Bulls were looking for a win on Friday to close out the week, and that was exactly what we saw. Having the S&P 500 close out the first trading week of September at an all-time high closing price was the perfect way to head into the weekend, and it had investors thinking that maybe September will not turn out to be a “rough and tumble” September after all. The overall week was fairly tame, though, as the Dow and S&P 500 booked gains of around 0.2%, while the Nasdaq ended essentially flat for the week.
The government jobs report on Friday was disappointing, which led to early morning declines that reversed enough to boost the major indices into green territory for Friday’s close. For August, there were 142,000 new jobs created, which was well below the 228,000 that economists had predicted. The number was also down from July’s 212,000, and that left many investors scratching their heads. Economic news has been good but not great lately, and the bullish camp was really hoping for signs of life and vibrancy in the economy.
Seeing the job picture still look flimsy was both good news and bad news. It was good news because it takes all of the pressure off the Fed to increase interest rates anytime soon. The economy is still mediocre at best, so again, the Fed is completely off the hook with regard to rate hikes. The bad news is that the economy is still far from hitting on all cylinders, which could make for a disappointing earnings season that kicks off in October. Without earnings and revenue growth, it will be difficult to justify the S&P 500 at an all-time high, so this is a big concern as we head toward October.
NATO concluded its two-day meeting in Wales this week, and there was a lot of talk about sanctions and how to deal with the Russian pressure on Ukraine. British Prime Minister David Cameron vowed to put 3,500 British troops into action in Eastern Europe to deter the Russians from any additional aggression in the area, but time will tell if this causes Vladimir Putin to back down. There has been no new escalation of tensions in Ukraine, so that was a plus this week, but Ukraine still remains as a “flash point” that could send global markets reeling if the situation there unravels.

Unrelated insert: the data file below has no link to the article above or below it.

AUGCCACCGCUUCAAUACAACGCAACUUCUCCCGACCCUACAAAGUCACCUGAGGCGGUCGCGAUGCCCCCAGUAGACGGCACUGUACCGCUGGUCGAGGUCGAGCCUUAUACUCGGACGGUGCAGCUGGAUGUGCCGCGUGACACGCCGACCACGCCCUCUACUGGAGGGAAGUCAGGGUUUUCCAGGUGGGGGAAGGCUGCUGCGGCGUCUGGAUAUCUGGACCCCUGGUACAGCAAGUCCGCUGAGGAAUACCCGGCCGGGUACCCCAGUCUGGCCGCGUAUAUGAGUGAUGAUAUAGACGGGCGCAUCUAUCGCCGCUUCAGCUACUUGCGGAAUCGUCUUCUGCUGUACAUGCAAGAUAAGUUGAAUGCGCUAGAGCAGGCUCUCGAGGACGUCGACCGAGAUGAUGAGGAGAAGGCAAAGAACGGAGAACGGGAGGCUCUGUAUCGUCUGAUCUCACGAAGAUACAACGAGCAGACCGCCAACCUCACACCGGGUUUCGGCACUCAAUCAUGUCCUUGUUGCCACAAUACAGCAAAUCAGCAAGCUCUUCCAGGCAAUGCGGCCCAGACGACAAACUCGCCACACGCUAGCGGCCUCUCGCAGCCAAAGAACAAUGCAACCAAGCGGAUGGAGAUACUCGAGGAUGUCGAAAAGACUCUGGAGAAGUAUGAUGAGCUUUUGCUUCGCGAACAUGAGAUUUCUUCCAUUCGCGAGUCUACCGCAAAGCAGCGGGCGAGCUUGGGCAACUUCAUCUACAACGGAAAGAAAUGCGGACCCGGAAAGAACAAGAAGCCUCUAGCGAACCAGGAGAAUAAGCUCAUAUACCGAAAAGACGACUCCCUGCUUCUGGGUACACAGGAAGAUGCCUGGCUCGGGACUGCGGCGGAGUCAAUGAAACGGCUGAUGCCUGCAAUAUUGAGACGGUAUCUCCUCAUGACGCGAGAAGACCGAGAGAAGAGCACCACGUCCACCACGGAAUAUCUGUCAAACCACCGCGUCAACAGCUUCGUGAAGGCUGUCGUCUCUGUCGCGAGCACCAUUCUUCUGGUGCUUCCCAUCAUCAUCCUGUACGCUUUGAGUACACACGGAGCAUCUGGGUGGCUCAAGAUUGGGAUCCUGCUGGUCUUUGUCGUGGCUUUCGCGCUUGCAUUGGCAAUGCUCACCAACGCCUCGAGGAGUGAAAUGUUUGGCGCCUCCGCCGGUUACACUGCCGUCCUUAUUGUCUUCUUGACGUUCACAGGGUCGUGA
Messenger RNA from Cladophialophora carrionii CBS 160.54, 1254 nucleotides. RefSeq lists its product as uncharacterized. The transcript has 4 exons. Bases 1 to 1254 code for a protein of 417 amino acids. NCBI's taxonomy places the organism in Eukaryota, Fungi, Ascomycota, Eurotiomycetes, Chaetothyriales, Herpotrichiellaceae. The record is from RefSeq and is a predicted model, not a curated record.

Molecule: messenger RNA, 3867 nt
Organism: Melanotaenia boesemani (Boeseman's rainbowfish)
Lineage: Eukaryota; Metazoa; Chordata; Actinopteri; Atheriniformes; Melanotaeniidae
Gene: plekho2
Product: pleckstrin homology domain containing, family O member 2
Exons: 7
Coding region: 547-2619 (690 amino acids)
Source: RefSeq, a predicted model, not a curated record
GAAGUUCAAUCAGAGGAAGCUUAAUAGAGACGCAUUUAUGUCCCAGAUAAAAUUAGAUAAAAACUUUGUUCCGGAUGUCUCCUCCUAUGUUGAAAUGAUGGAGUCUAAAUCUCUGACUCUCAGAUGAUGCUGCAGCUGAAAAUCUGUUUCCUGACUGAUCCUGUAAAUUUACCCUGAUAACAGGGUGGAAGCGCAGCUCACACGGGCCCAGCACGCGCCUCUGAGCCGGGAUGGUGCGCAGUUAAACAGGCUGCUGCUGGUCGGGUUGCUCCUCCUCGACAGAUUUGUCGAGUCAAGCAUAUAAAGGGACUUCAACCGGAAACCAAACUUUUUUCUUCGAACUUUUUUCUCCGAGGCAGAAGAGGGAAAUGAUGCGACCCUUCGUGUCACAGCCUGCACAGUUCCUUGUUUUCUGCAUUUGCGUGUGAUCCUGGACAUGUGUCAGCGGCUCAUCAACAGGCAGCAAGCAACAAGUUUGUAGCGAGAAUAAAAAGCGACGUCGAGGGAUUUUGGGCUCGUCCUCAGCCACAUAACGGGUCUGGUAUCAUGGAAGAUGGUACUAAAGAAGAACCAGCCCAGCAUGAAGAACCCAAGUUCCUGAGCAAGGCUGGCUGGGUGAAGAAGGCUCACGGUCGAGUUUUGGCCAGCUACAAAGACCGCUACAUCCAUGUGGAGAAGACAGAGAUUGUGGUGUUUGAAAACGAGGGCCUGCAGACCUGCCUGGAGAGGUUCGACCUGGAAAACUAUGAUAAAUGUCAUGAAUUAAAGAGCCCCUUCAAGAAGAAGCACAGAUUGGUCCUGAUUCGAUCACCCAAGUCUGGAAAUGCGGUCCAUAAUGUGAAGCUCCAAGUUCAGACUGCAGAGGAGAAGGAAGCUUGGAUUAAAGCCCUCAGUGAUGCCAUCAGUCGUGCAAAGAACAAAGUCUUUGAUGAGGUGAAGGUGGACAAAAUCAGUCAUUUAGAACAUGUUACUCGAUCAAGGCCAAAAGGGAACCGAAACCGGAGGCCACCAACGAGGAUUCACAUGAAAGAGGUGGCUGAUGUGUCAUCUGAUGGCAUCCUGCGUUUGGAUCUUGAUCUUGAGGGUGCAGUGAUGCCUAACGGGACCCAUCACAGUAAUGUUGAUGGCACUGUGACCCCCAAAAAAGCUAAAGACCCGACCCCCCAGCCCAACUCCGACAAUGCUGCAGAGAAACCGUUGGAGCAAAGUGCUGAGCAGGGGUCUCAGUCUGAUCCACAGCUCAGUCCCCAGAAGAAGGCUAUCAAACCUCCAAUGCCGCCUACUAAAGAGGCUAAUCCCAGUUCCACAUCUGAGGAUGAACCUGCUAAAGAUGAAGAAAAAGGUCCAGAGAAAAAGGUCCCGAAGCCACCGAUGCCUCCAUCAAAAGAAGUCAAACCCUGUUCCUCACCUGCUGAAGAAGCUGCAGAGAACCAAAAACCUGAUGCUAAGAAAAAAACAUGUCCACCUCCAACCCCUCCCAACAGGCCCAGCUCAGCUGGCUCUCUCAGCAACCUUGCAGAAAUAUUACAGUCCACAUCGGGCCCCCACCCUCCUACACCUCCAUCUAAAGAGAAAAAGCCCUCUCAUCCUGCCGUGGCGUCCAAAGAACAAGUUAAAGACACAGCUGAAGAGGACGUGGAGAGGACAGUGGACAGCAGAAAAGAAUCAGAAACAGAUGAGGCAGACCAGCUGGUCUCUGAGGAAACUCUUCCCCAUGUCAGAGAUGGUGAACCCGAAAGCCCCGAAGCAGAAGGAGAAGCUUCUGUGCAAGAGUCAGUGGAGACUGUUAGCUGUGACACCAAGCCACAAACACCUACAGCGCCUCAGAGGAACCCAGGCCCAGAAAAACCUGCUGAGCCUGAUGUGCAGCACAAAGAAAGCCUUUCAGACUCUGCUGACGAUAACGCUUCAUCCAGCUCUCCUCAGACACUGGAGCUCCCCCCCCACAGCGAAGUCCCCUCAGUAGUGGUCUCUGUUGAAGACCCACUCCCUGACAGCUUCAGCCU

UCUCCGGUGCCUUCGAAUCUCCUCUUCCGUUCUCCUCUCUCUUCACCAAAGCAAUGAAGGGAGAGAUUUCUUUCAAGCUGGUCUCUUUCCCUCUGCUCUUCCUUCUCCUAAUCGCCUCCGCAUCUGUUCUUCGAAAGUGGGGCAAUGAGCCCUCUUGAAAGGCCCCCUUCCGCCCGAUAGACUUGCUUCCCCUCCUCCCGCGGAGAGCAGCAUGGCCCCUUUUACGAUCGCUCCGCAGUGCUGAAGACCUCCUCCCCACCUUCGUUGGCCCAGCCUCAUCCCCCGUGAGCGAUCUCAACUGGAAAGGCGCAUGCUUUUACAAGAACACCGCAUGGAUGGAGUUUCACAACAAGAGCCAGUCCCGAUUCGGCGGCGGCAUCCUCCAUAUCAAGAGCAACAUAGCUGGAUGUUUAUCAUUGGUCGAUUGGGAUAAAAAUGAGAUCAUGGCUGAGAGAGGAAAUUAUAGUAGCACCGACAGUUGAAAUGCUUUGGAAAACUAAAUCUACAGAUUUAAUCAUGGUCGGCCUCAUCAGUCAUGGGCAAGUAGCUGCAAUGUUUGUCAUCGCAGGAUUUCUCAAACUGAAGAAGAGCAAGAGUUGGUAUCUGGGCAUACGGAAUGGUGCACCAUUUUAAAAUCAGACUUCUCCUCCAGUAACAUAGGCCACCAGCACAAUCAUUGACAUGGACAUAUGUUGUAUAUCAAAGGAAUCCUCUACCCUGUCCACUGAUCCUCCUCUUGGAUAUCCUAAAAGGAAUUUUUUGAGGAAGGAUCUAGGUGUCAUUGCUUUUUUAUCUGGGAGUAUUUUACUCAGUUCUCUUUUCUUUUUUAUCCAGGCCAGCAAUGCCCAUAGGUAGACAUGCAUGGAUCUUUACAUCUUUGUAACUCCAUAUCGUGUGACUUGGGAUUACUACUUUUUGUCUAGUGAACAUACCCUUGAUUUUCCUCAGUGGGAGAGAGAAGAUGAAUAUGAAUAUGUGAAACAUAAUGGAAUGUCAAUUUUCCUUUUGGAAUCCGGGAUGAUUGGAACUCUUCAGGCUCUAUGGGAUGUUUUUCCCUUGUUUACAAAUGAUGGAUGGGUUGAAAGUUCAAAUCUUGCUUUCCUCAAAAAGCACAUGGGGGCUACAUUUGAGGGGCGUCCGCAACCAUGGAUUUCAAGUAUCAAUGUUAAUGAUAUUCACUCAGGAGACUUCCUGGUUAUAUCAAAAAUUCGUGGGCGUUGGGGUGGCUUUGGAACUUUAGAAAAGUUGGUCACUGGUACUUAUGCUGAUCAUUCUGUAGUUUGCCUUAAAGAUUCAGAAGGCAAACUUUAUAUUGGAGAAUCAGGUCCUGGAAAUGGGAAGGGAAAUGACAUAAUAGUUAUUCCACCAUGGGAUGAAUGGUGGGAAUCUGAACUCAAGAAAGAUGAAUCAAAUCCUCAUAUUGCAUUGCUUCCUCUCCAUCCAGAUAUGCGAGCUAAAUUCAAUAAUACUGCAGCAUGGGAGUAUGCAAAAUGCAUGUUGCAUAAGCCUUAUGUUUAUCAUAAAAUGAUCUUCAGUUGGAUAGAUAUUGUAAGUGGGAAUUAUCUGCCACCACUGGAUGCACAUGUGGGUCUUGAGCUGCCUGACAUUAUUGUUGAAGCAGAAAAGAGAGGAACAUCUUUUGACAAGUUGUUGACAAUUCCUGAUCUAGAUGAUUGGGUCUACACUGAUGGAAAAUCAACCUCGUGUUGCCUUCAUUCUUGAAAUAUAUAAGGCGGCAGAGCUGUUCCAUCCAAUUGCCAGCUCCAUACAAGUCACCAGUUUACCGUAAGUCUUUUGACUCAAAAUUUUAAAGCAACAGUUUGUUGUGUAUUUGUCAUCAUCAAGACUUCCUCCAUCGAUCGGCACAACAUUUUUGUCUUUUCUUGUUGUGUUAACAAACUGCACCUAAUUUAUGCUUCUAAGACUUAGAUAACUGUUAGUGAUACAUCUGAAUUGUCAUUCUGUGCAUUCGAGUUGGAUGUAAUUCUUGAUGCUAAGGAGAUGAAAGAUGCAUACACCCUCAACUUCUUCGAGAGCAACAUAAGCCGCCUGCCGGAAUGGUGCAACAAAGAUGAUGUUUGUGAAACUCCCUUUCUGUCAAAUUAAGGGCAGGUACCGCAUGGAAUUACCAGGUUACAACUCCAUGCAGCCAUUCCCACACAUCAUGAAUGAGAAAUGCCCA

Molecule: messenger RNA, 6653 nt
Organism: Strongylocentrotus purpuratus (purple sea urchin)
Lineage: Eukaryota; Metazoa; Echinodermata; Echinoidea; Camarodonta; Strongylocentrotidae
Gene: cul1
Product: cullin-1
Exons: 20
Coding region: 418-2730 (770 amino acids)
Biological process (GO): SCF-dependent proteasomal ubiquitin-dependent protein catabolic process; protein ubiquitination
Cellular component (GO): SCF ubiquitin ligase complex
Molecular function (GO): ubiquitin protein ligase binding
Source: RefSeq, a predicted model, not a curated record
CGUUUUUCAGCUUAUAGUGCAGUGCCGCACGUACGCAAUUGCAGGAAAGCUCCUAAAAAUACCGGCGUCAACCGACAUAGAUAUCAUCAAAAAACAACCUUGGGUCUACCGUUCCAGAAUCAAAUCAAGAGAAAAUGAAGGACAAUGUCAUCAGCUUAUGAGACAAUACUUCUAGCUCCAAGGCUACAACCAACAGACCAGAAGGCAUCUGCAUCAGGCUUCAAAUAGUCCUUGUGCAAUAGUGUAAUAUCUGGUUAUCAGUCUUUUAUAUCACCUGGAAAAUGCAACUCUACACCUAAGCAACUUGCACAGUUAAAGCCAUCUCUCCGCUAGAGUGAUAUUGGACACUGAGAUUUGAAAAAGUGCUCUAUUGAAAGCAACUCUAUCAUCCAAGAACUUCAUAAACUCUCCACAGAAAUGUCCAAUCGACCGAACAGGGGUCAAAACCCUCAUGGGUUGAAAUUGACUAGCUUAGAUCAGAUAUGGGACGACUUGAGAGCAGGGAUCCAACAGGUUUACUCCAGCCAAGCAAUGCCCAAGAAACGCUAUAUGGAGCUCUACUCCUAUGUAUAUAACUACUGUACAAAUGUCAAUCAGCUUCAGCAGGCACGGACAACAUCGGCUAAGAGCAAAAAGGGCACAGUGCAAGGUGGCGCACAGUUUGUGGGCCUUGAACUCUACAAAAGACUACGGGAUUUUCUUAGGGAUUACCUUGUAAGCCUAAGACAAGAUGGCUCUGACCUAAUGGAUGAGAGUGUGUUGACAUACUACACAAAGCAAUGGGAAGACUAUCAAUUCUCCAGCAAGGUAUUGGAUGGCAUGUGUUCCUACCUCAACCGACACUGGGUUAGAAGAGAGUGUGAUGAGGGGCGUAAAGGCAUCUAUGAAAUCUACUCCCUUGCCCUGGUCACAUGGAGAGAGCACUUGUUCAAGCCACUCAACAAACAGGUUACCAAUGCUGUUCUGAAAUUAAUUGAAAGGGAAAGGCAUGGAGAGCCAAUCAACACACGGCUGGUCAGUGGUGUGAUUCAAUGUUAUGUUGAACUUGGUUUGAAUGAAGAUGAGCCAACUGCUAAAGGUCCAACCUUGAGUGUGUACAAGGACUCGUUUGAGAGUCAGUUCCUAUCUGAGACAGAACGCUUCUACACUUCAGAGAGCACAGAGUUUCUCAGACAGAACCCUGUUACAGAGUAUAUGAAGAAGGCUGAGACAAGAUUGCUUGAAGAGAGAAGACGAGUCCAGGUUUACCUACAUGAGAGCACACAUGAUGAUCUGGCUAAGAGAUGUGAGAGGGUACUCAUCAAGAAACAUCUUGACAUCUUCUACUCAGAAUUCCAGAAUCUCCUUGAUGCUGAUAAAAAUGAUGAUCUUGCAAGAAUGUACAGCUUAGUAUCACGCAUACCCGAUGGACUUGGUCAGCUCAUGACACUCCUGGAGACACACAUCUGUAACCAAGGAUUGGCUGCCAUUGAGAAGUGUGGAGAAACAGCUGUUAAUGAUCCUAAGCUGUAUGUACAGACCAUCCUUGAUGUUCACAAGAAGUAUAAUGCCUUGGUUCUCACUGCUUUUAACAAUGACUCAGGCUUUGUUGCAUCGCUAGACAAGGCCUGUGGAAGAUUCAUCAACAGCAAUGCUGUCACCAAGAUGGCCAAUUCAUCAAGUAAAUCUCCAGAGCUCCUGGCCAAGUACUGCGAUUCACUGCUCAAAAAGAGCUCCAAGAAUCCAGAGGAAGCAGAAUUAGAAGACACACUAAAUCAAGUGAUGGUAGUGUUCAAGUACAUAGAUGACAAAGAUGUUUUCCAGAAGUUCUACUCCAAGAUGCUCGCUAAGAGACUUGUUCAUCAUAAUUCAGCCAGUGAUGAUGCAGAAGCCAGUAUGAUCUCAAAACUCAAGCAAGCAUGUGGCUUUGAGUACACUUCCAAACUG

On the domestic U.S. front, we may have been relatively flat in the stock market, but there are some big events on the docket for next week. Apple (AAPL) is set to announce the launch of the iPhone 6 on Tuesday at its annual product rollout conference. Expectations are high, and with increased competition from the likes of Samsung, Tim Cook and the crew at Apple really need to deliver. There is a lot of buzz about the unveiling of the iWatch mobile device, so again, the pressure is on for Apple to once be the “Steve Jobs-Caliber” Apple it once was.
We should also see the IPO of Chinese Internet giant Alibaba, which was priced this week at $60-$66 per share in an offering that would raise more than $20 billion in one of the biggest IPOs of all time. This would value Alibaba (with the very cool ticker symbol BABA) at more than $160 billion dollars, and if anything, the BABA IPO is good news and bad news. It is good news because it shows that the market is still vibrant enough for BIG IPOs, but it is bad news because BIG IPOs often correspond with market tops.
Either way, next week promises to be another telling week for the broader stock market. This week was also supposed to be a “telling” week, and the fact that the stock market was basically flat told quite a tale. The tale it told was that as strong as the stock market has been this year, there is still an awful lot of worry and skepticism. Bulls had hoped that the new month would have seen giant slugs of money moving into the stock market, signaling confidence, optimism and hope. The relatively flat close this week showed that investors want to see REAL growth and REAL profits before they get back into the game in a big way.
This hesitancy puts a lot of pressure on third quarter earnings reports that will start coming in beginning in October. Economic news is still mediocre at best, so any shortfall in earnings could really whack companies that disappoint. This is the theme that is emerging, and investors have taken a “show me the money” mentality, regardless of what the ECB or the Fed may offer in terms of accommodation or help. This means that September might not be “rough and tumble,” but it could easily be a challenging month for the equity markets.
That said, the Gorilla wishes each and all a relaxing September weekend filled with fun, football, friends and family. The S&P 500 closed at an all-time high on Friday, and that is a superb way to head into the second week of September trading. Global shocks are not in the news, nor are they seemingly on the horizon, which is another plus. Again, have a great weekend and we will be back in action on Monday!
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